In this vein I would say it is very correct to both say there are through the Scripture documents, many divergent voices, differing views and cries, not just of characters presented in the documents but in their transmission and final presentation, they are fully the work of flawed humans through a long period of various times and places (not just the final editing, forming and writing of the documents of say the OT in the exhillic time from Babylon through the 2nd Temple period – often called post-exhillic but the Jews then didn’t see it that way ;)) but the whole historical process of the development of the events, stories and histories through the oral interacts of the people the become Israel, Much as God we believe entered into history fully as a human in a specific time and place, this can be a lense for seeing and knowing God with always in and with these people, not suddenly changing who they were but slowly centuries guiding and working within the group to see and understand more and guiding to a specific point. The stories, psalms etc reflected the developed end of a long process of reaching to understand and of interactions with God, and so reflect the divergent, culturally and historical distinctly various views, that are complied, edited and further developed through the long exhillic period. God doesn’t change this but works through it, as such the narrative is not, and should not be taken to be accurately (particularity pre-monarchy sections, and it doesn’t mean they don’t have bias either they do, and it’s part of the point) in our sense of history, instead it gives Israel a history. But in the providence of God, working through all things, as the documents come together they form part of a larger narrative composed of a diverse voices conversing together and forward, narrating events together and forward, that reveals increasingly clear interpretation through this story of what God has and is doing through Israel, through the narrative as a whole different purposes then the authors directly intend or understand how they position things take place, with again as mentioned above, the event to which it was all going acting as the vital piece which makes sense of everything, and through which everything, and all the other voices, events and characters are to be read. In this in reminds me (though of course it doesn’t read like it) as a historical model of interpreting a period of time, for example Marxist or feminist models, such historians or archaeologists don’t obviously see different people in ancient or medieval times actually being Marxists and working on those lines, but they see and frame the events as part of Marxist patterns and see this pattern and development working in and through the events, behind the scenes and coming into greater clarity to the point and which it reaches it’s purpose and climax through divergent characters. I see narrative of Scripture being a portrait of many voices, views and different understandings and positions through a long history of different periods and develop slowing revealing when taken together this underlying interpretation working through the whole narrative and between the voices in dialogue, conversing and expressing together, which only gain the full understanding of the true perspective and framework through which they are to be interpreted when seen through the climax and purpose they were working towards, and is their point (the life, death, and Resurrection of Jesus, and of the Kingdom and the Cross and new creation). In this new meaning and purpose which the original people and authors who wrote then never thought is given, an example being say Psalm 2 which sees the promised son of God (in the sense here of Messiah or King of Israel) as one who will rule over the nations by violent conquest, but Paul realizes that this victory and conquest comes through a completely different way then those people or Israel prior had ever expected at all. He sees instead in the resurrection that Jesus is declared Lord over the world in power, and the Kingdom is advanced through engagement, love and service (also as in Mark 10:35-45), on one level the Psalmist (and many other places) are wrong in understanding how their hope will be achieved, as their like us all damaged and culturally conditioned, but their are right that their will be a victory and their hope, and the full purpose of what they hope and express is seen in Jesus, the full intention and interpretation is seen through the whole narrative understood and seen through the light of the aim and purpose it was going for, the gospel, and the life, death and Resurrection of Jesus. This is indicated by Paul for example when he uses the phrase Jesus died and was raised according to the Scriptures, he doesn’t mean just some isolated prophecies but rather according to the whole narrative of the Scriptures, that it was the point of it all, it’s climax and is the one through whom it’s true meaning and purpose is framed and understood. That was a small example, and I know this isn’t fully exhaustive but I hope it gives at least some ideas here to engage in further.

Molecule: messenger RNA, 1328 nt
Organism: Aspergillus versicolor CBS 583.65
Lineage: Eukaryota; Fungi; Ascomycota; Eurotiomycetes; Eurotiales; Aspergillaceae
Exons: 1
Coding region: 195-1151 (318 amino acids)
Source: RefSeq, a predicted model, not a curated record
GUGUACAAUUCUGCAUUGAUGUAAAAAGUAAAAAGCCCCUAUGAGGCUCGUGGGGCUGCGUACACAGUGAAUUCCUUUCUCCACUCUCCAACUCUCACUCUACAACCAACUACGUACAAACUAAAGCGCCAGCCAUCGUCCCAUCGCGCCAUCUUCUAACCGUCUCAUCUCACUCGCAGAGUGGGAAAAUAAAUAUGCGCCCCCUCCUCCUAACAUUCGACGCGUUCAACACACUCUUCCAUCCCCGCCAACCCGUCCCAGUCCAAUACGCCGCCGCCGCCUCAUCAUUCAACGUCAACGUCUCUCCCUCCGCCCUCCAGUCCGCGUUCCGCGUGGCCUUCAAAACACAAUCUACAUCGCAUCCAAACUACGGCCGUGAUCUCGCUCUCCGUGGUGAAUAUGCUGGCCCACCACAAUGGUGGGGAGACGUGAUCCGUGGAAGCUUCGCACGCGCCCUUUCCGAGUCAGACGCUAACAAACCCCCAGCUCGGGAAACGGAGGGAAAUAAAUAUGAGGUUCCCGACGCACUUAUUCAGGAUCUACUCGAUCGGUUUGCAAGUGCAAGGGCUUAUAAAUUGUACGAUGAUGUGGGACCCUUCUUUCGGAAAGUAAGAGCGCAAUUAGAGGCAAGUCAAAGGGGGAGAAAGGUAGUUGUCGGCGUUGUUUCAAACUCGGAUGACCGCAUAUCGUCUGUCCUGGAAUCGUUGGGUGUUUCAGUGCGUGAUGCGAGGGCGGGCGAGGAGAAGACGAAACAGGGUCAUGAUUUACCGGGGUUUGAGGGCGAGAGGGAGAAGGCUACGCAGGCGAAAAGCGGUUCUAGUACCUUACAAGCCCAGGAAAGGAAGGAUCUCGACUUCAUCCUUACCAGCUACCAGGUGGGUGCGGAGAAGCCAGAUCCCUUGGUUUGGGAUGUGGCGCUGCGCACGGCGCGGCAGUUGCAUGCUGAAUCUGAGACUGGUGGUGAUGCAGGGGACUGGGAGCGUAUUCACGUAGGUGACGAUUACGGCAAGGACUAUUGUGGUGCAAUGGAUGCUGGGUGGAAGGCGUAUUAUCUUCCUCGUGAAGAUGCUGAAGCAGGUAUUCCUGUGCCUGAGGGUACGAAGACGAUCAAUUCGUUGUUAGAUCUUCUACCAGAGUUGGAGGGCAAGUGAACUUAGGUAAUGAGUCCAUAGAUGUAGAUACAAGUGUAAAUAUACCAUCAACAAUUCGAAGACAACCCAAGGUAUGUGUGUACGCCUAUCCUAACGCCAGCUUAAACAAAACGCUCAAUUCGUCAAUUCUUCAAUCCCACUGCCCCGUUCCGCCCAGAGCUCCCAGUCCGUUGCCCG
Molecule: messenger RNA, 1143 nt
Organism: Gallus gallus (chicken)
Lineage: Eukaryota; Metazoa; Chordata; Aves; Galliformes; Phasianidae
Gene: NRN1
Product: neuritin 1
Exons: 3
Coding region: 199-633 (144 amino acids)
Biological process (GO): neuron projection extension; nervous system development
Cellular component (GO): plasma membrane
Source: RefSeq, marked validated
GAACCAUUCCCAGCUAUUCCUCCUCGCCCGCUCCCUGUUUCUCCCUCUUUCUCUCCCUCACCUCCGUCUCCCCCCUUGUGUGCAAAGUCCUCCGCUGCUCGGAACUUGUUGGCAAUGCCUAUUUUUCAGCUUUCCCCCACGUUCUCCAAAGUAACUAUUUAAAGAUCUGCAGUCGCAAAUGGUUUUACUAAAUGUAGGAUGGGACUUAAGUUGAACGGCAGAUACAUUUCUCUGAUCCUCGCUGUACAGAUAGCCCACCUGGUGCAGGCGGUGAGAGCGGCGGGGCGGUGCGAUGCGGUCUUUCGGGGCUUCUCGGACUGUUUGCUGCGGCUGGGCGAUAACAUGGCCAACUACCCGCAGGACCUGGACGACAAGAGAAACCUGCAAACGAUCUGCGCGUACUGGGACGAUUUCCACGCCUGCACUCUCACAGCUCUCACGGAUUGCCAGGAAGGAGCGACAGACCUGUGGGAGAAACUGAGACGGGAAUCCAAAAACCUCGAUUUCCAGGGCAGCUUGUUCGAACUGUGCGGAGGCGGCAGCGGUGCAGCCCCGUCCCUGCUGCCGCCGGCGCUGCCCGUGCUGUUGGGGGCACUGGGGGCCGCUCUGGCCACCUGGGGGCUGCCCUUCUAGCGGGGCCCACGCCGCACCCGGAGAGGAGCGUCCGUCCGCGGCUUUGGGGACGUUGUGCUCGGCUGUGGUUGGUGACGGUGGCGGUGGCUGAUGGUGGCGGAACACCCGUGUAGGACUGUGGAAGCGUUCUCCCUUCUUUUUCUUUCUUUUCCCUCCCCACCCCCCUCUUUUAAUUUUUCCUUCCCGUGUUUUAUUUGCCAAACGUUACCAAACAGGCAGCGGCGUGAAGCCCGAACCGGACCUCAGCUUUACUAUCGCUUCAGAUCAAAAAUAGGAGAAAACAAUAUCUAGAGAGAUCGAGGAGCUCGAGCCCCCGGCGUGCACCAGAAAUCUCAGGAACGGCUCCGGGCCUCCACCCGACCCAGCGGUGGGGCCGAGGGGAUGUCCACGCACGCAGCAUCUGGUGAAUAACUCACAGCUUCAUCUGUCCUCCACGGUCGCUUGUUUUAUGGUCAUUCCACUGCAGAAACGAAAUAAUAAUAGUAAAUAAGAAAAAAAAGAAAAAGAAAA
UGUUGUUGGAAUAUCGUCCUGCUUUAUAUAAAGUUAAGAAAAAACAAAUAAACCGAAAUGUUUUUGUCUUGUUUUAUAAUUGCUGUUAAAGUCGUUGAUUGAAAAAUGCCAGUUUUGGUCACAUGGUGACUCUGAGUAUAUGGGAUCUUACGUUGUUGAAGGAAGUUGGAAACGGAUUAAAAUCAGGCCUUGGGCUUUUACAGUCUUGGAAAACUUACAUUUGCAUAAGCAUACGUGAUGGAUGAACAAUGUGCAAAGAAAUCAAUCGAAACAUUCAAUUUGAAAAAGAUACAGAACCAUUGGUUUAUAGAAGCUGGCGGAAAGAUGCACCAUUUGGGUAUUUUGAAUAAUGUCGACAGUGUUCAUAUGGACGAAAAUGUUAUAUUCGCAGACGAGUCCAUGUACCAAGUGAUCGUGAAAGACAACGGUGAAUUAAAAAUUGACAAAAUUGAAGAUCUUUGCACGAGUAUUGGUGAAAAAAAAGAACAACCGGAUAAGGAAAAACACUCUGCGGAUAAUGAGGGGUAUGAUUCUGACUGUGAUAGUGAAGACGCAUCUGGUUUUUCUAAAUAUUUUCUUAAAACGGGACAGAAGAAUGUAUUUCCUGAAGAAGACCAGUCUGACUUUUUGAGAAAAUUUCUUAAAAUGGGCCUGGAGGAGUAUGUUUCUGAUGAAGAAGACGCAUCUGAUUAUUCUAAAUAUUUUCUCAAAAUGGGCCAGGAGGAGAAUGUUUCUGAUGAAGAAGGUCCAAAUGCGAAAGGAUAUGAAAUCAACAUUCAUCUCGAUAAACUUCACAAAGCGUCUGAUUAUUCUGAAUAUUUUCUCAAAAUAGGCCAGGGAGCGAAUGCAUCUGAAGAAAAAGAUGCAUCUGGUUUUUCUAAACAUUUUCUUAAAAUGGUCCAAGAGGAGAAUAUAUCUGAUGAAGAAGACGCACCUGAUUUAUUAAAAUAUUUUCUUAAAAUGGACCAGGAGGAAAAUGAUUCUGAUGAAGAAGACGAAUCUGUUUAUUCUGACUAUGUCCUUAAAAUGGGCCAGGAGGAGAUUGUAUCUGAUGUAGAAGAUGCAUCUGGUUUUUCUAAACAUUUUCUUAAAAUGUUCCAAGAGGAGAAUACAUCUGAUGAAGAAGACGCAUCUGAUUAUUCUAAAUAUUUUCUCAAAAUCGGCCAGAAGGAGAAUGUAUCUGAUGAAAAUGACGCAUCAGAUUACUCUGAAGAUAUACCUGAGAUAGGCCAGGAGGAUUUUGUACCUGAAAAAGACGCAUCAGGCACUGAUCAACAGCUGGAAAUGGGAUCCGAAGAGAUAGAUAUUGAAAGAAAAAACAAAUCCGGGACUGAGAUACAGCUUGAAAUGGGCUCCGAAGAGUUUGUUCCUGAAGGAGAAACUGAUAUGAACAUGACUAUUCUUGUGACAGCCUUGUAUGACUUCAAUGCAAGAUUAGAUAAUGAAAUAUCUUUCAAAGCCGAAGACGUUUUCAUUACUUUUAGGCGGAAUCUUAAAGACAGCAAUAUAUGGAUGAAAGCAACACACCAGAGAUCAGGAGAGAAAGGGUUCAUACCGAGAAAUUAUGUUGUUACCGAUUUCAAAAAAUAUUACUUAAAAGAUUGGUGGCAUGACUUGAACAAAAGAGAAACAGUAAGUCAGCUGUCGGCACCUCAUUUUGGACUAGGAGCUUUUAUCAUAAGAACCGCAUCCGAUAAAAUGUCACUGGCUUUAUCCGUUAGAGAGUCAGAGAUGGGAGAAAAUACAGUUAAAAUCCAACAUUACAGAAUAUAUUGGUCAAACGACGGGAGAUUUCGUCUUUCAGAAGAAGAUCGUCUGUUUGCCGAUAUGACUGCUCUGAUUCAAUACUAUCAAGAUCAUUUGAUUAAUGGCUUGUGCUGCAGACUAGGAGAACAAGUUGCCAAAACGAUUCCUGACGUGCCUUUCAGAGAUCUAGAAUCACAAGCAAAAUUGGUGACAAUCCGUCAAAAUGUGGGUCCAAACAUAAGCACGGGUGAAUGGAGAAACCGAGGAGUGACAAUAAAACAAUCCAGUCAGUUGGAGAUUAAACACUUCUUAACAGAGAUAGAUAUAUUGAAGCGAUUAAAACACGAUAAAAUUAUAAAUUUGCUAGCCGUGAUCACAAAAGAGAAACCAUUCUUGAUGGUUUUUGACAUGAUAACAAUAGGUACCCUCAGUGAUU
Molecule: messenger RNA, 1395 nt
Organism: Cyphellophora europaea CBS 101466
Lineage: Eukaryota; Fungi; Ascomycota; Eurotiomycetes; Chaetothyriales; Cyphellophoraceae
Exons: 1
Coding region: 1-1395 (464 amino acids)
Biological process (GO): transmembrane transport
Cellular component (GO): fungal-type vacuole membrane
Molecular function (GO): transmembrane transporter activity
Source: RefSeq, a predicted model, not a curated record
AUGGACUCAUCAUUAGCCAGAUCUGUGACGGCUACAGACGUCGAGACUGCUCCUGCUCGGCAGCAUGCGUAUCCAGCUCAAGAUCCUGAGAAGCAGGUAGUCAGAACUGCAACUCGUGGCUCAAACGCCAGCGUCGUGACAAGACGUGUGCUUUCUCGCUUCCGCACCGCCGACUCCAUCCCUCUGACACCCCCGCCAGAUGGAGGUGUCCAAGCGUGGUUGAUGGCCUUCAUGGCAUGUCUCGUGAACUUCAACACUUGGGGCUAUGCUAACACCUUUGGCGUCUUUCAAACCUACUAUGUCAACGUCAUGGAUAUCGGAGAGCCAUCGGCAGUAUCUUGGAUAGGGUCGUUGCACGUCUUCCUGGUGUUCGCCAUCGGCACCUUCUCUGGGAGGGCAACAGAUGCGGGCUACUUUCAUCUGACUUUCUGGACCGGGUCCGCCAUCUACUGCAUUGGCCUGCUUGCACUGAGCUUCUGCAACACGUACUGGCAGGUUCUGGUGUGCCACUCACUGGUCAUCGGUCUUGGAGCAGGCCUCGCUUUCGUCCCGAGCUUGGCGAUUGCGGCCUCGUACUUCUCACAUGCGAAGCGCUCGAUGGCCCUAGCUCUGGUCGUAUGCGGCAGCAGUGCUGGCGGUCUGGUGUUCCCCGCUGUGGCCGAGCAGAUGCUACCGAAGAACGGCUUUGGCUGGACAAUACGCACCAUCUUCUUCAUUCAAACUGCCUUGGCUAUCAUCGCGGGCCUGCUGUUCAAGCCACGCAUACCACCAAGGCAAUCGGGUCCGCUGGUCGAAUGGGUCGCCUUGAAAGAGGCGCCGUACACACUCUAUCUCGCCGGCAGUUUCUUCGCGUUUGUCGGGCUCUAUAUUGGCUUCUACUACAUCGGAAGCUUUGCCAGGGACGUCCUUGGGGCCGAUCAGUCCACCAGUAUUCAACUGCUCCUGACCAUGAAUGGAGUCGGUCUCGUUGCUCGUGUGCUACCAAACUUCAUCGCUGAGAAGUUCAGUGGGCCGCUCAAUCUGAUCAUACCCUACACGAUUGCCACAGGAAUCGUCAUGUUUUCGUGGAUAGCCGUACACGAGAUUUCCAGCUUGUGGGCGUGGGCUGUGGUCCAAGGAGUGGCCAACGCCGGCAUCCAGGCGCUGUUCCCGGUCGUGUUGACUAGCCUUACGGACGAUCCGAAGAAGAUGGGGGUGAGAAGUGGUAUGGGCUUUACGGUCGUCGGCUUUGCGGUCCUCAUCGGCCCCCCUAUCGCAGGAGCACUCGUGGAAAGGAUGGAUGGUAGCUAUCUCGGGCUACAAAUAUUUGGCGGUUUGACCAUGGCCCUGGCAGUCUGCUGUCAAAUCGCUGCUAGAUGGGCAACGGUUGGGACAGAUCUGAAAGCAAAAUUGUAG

Beyond this there is another point in engaging with and in conversation with the whole narrative, it is not only to remember that these various documents, particularly the OT which were are talking about, are the products of centuries of various developments, and the need to read them as the documents they are (ie ancient not modern documents, of their genre, and having their own forms of expression, meaning and language are also necessary to engage them). A few examples, take the flood for instance, dealing with these stories for us is complicated as I think neither was it intended to be taken as history in our sense, though not necessarily ahistorical either, but rather was to give understand and a historical ancestor for Israel, and set up to understand the people and world they were in etc (and as it formed perhaps revealing other things in the whole narrative, beyond the purposes the people who formed them had in mind). And in the flood it isn’t being read as an event that happened in the same way as say the exile or monarchy events happened, and we miss things such as what the sea meant to Israel. The sea meant chaos, disorder, evil that threatened to destroy creation, as a people of few seafarers it functioned to symbolize of evil and chaos being unleashed and a good creation falling into chaos, (hence no sea promised in revelation), and the connection them shows between the chaos and destruction of the flood being released (the anti-creation force threatening to unmake creation) and the evil flood of humanity’s evil (of pagan nations and oppression of the wicked). The two are linked as synonymous in the story, the flood that happens reveals and comments on the flood that already was happening, for ancient Jews the connection would be clearer then for us, and at least one point the story was making is clear, and the Noah is part of that protohistory of Israel, reminding them of being the ones God is bringing through this flood (particularly in light of the exile in which this text is taking full form) and carry the blessing promised (and in the narrative will be promised through Abraham) to save them and restore order out of the evil around them, and Babel plays different but similar purposes. And again, even here, it’s greater meaning is only seen in conversation with the whole narrative, with other Christians and other voices, and through the lense of Christ Himself.